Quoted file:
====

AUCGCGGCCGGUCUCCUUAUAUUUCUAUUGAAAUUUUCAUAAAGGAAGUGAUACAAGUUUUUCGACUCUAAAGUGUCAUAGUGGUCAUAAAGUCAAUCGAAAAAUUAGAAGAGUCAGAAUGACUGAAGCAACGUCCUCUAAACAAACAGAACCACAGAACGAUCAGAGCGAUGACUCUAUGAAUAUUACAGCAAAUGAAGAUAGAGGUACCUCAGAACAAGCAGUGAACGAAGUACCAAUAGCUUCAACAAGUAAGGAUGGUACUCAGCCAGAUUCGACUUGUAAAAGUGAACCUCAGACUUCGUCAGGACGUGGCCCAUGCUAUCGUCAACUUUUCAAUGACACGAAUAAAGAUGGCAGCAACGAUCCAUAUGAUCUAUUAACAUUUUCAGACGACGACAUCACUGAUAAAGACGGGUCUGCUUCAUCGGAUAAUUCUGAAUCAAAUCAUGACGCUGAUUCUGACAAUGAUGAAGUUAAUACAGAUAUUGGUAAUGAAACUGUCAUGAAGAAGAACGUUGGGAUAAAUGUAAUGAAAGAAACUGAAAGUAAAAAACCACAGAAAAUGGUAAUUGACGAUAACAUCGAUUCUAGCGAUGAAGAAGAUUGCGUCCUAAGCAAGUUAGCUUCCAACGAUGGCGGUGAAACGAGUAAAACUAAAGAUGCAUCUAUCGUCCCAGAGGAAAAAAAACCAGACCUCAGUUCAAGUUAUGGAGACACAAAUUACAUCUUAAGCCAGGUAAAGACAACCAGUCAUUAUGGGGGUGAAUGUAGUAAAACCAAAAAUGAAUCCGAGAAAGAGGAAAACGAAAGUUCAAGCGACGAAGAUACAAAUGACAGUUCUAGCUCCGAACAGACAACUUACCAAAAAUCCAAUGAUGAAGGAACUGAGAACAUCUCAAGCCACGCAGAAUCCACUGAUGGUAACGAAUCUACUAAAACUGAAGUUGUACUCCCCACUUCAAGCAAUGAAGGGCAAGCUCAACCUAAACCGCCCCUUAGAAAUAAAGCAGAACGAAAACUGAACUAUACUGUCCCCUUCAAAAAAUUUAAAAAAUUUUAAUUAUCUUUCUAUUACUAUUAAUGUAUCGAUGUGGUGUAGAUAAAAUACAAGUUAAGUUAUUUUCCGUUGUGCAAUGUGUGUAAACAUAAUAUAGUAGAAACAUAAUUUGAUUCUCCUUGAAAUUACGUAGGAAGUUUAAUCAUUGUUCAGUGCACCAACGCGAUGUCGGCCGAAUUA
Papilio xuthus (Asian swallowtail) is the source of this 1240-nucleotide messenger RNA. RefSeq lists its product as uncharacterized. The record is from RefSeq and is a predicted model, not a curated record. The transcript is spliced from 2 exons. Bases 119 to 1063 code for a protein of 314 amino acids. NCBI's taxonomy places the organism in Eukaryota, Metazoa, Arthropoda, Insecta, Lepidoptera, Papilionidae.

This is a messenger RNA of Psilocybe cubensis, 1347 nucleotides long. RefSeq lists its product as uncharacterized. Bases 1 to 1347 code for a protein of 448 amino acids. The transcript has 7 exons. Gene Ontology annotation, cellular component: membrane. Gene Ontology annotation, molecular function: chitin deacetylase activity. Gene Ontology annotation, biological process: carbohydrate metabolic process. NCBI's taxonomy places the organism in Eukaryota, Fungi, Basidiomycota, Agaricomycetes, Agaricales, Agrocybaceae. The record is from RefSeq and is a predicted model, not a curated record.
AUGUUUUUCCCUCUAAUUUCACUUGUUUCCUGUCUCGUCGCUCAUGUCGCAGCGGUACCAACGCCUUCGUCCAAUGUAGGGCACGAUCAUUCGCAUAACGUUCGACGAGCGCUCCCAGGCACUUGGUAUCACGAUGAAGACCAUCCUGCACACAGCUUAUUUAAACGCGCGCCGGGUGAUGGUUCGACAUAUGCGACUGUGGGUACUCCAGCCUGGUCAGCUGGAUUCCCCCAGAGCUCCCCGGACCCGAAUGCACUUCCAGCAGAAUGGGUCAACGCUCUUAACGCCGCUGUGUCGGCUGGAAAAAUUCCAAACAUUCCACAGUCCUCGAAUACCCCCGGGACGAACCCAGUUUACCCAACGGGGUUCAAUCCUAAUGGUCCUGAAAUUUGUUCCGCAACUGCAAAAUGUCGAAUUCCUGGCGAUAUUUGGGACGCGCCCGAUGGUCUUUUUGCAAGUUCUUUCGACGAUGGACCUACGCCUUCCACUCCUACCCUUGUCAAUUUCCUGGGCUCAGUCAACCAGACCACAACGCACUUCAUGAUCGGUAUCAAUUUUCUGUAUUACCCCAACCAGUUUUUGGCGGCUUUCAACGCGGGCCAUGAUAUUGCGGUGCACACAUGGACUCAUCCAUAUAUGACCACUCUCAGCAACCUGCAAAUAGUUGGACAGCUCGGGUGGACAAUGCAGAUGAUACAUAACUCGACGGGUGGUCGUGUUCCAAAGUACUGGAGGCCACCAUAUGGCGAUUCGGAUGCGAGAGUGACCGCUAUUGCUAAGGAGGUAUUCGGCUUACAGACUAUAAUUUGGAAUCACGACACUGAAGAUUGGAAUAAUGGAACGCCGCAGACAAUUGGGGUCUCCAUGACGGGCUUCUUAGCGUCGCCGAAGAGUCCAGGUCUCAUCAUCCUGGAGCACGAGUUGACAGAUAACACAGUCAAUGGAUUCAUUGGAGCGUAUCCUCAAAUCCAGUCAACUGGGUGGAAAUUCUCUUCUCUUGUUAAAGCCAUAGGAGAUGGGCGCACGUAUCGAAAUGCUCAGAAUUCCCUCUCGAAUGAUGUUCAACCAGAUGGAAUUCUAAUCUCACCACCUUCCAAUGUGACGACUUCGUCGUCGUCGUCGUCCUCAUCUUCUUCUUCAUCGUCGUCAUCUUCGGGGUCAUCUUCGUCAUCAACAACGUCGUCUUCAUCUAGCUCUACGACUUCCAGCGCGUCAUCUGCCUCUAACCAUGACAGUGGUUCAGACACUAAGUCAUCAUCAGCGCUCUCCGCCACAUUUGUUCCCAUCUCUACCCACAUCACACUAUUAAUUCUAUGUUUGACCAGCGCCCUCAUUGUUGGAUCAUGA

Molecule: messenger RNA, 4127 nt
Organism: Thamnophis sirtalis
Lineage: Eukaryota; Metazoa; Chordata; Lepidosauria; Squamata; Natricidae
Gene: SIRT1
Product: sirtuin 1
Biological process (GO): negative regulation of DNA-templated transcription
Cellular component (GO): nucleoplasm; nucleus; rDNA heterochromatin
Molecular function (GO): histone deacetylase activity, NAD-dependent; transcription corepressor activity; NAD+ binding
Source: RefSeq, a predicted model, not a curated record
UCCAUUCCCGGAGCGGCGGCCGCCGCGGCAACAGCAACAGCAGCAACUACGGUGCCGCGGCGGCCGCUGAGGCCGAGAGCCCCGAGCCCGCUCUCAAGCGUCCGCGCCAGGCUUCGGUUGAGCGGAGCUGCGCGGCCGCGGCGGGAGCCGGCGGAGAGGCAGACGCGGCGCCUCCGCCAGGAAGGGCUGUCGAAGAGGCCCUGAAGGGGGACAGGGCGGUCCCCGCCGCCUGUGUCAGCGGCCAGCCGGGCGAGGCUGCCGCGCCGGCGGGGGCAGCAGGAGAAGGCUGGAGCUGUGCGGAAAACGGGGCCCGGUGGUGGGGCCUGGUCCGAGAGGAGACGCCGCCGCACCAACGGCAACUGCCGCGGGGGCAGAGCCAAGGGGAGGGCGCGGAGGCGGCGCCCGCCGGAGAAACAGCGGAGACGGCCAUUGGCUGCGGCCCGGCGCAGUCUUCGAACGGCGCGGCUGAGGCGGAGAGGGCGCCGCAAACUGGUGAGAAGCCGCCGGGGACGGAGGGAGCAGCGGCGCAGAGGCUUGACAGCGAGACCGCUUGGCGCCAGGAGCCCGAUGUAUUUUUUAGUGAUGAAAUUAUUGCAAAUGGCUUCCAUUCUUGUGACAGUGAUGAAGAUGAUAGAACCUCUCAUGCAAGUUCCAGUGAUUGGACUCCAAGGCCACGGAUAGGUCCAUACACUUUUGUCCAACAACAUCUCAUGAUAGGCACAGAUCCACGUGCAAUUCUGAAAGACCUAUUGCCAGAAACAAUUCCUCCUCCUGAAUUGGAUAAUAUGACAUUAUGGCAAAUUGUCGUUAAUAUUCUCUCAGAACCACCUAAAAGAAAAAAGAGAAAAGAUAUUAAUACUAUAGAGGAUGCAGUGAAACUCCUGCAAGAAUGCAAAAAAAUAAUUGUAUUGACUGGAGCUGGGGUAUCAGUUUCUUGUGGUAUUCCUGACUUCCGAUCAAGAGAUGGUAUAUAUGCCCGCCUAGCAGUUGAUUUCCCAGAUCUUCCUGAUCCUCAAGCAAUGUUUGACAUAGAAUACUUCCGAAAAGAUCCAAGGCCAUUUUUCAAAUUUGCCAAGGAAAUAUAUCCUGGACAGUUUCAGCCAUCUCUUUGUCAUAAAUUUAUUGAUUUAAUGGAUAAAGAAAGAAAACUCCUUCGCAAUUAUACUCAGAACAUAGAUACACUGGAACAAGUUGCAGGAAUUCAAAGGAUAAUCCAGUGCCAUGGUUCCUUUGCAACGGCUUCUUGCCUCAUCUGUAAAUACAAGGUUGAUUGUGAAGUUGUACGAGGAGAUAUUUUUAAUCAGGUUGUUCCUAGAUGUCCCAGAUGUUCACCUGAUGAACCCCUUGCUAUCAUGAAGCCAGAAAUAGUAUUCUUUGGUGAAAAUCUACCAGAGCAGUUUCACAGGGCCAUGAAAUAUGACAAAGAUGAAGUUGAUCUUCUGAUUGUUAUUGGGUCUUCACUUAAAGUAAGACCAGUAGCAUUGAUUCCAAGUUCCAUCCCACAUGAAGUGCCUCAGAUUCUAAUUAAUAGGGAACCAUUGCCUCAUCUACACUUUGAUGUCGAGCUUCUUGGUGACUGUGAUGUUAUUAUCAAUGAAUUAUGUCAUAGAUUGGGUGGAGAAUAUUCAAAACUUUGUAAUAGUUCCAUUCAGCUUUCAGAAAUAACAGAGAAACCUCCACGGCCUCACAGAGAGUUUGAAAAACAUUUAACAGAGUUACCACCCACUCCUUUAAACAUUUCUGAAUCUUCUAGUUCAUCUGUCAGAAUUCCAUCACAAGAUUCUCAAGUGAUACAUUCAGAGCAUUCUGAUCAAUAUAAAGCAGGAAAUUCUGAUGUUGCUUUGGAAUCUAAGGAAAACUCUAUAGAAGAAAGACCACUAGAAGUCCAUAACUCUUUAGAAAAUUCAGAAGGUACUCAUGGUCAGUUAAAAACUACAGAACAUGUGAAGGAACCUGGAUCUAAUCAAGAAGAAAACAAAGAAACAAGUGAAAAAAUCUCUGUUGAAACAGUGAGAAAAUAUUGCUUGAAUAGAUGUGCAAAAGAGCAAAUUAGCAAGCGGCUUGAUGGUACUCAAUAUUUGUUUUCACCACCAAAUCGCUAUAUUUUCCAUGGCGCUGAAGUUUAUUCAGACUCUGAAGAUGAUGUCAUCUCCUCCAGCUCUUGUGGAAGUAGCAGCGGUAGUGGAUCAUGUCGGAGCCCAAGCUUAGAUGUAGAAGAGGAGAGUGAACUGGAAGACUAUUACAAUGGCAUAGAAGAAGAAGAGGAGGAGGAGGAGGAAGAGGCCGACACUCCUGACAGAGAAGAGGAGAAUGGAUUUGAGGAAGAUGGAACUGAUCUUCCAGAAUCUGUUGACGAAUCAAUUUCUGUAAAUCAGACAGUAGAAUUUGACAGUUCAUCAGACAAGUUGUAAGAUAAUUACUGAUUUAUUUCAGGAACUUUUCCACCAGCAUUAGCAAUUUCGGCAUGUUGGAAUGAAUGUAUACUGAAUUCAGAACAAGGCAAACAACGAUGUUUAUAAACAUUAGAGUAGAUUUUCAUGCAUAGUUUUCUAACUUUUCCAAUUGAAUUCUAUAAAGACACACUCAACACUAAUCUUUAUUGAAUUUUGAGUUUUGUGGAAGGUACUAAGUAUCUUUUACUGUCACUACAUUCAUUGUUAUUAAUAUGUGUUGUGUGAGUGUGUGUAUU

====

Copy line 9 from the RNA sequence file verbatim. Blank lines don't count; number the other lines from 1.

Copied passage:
Product: sirtuin 1